After the five-month Surf Circle program ends and some of the boys graduate, some check in with us months later. They share how Surf Circle helped them overcome their struggles. Some have even gone on to become leaders and activists in their communities.
Other boys, like Sebastian and Winston, choose to stay with us. Not only are they still learning, but they’re helping us usher in the next wave of Surf Circle members, helping them realize that it’s okay to be vulnerable, to speak in the language of feelings, and really reflect on what they want for their present and future selves.
These days, with the help of the group, Ky is learning to let go of his perfectionism and ask for help. He’s becoming more accepting of himself when he stumbles, in and out of the water. And last week, Sebastian told us he’s getting better at communicating with his parents. He still drinks and smokes on occasion, but much more responsibly.
“I don’t want to live my life all careful, but I also realize I can’t be reckless,” he said in a recent session. “It’s all about calculated risk. I’ll send it on a big one, but I’m not just gonna paddle out at 25-foot mavericks.”
“That’s what’s up,” Winston replies. “You need that crazy spirit out in the waves, but we all have limits.” He gives a playful shove to Sebastian, who rolls back in the sand laughing, holding his burrito aloft in one arm and stretching out the other to catch his balance.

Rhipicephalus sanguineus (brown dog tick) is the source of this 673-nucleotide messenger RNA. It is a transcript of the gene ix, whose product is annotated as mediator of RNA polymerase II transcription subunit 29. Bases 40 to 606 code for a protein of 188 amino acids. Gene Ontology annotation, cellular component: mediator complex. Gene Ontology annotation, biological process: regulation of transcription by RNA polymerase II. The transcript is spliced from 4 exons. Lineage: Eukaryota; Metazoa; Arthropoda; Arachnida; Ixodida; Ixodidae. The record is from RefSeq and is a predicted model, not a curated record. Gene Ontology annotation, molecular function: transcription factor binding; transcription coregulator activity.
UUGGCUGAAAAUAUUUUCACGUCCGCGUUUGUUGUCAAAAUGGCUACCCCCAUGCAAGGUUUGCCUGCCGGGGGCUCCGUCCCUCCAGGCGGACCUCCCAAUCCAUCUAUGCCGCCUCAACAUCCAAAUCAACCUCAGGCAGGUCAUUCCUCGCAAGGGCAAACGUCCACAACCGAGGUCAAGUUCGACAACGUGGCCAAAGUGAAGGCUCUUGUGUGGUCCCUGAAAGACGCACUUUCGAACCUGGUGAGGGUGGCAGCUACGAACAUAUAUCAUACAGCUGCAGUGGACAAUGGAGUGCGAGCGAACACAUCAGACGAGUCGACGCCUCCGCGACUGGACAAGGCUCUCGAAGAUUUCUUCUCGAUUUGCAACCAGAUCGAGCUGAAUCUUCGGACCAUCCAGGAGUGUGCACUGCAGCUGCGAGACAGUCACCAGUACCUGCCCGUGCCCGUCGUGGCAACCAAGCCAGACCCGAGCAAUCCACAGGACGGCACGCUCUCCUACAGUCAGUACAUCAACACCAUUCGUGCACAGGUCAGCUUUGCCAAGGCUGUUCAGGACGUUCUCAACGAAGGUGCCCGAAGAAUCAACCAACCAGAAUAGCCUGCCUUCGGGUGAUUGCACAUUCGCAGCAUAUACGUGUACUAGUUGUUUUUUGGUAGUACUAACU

The day is almost over, and a few parents have already pulled their cars up to the coastline. A flock of seagulls announces its departure, flying low over the water until they’re tiny dots on the horizon. Christopher and Roberto turn toward the crashing waves, squinting out at the sea while the boys run and chatter behind them.
In moments like this, in the presence of a power you can’t quite harness, words fail. But that doesn’t mean we’ll stop trying to harness it. For as long as we can, we’ll suit up, tuck our boards under our arms, and run into the waves, knowing we’ll find something truly therapeutic out there.
Adam Moss, PsyD, cofounder and codirector of Surf Circle, is a licensed clinical psychologist in private practice in Berkeley, California. He’s the training director at Through the Looking Glass, a community mental health clinic that specializes in serving children and families with disabilities, and an adjunct faculty member at the Wright Institute.
Nathan Greene, PsyD, is a licensed clinical psychologist in private practice in Oakland, California. In addition to codirecting Surf Circle, he serves as an adjunct professor at the Wright Institute’s Clinical Psychology Doctoral Program and on the Medical Affairs team for Healthline Media.